Roughly a decade ago, countries such as the USA and France introduced ground-breaking transparency and disclosure legislation under so-called “Sunshine Acts.” Broadly speaking, such legislation made it mandatory for pharmaceutical companies to publish records of payments or other transfers of value made to healthcare professionals (HCPs) and healthcare organizations (HCOs).
The UK followed a subtly different route, by relying on self-regulatory industry-led disclosure initiatives. The most prominent of these is Disclosure UK – the disclosure scheme and platform that pharmaceutical companies must use if they are members of the Association of the British Pharmaceutical Industry (ABPI). Companies who voluntarily adhere to the ABPI Code also use this platform. However, companies who are neither ABPI members nor voluntarily adhere to the ABPI Code are not subject to the same disclosure or transparency obligations. Unless they choose to do so under their own initiative, these companies do not publish details of payments or transfers of value to the healthcare community.
This may change soon. In September 2023, the UK Department of Health and Social Care (DHSC) launched a public consultation, indicating a likely change of approach. The consultation relates to proposed new legislation, which for the first time in the UK would make it a legal requirement to disclose financial and other benefits flowing from pharmaceutical or medical device companies to HCPs and HCOs.
The proposals consulted upon aim to address potential conflicts of interest in the supply chain, particularly for medical device suppliers, for whom no voluntary or mandatory reporting system is in place.
Significantly Broader Scope
According to the consultation, 145 companies published voluntary transfer of value disclosures on Disclosure UK in 2022. If implemented, the UK’s healthcare transparency rules will expand this to a much larger scale in two key respects:
- First, the categories of companies who would be subject to mandatory disclosure would be far broader. Currently, Disclosure UK typically applies to ABPI Members (or voluntary adherents to the ABPI Code). Generally, these are innovative pharmaceutical companies responsible for the manufacture and/or first supply of branded medicines. The proposed new legislation widens this significantly to cover suppliers of generic and unbranded medicines, medical devices, so-called “borderline” products, such as some cosmetics, and foods for special medical purposes that are purchased by healthcare systems.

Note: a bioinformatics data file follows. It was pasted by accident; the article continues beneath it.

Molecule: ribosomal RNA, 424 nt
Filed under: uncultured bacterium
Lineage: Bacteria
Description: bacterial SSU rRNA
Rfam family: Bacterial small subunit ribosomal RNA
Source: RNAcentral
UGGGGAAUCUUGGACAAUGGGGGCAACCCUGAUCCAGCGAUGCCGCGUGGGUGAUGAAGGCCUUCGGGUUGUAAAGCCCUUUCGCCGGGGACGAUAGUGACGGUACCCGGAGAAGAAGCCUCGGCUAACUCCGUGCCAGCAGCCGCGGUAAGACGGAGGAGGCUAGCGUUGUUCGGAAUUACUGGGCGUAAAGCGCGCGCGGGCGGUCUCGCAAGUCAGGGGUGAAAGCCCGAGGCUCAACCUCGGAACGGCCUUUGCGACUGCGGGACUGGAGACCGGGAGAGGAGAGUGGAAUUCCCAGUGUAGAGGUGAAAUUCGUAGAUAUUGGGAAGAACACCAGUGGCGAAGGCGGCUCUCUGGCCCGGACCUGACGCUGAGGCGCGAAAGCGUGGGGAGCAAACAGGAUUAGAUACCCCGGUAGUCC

- Second, the proposed new disclosure obligations would apply to “every manufacturer and commercial supplier […] as well as their subsidiaries and parent businesses.” Therefore importers, wholesalers, and other distribution partners may also now be in scope, not just marketing authorization holders or those that promote the relevant products to HCPs.
Why the Changes?
Trust and confidence in the healthcare sector are the main drivers behind the proposals. The intention is to set a universal reporting standard across much of the healthcare supply chain. That standard would require medical device and generics suppliers, amongst others, to adhere to similar standards to those currently in place for branded prescription medicines under the ABPI Code. The broad coverage is considered key to maintaining trust in the system.
The desire to extend this high standard to manufacturers and suppliers of medical devices is a particular priority. This is responsive to the 2020 Independent Medicines and Medical Devices Safety Review report, led by Baroness Cumberlege, which raised concerns about actual or perceived conflicts of interest relating to payments or payments in kind from device manufacturers to teaching hospitals, research institutions and individuals.
Readers should note that the overarching power to require disclosure already exists under UK law. The Health and Care Act 2022 empowers the Secretary of State to pass secondary legislation to require the disclosure of payments or benefits to any person either providing healthcare or related to providing healthcare in the UK.
Focus of Consultation
The consultation focuses upon some key questions, including the following:
- Is the proposed scope of the reporting requirement appropriate (i.e., companies supplying medicines, devices, and borderline substances)?
- What kinds of recipients of payments/benefits are in scope? Does it matter, for example, if a HCP or HCO operates entirely within the private sector? Should payments to individuals or entities related to healthcare provision, such as those involved in medical research, training, charity arms of hospitals or similar organizations, also be disclosable?
- How often should businesses be required to make disclosures?
- Currently, the proposal contemplates businesses publishing their payment statistics on their own websites. The consultation also considers whether companies should instead use approved third-party schemes (such as the ABPI’s Disclosure UK tool).
- What information is required to constitute adequate disclosure?
- What is the appropriate extent of disclosure for individual recipients, taking into account data protection issues?
Watch this Space
The consultation closed on 16 October 2023 and we expect the outcome to be published in the coming months.
The outcome of the consultation may result in new rules affecting a large number and broad base of healthcare suppliers, including in particular businesses supplying medical devices and medical foods.
Covington will continue to follow developments and provide further updates.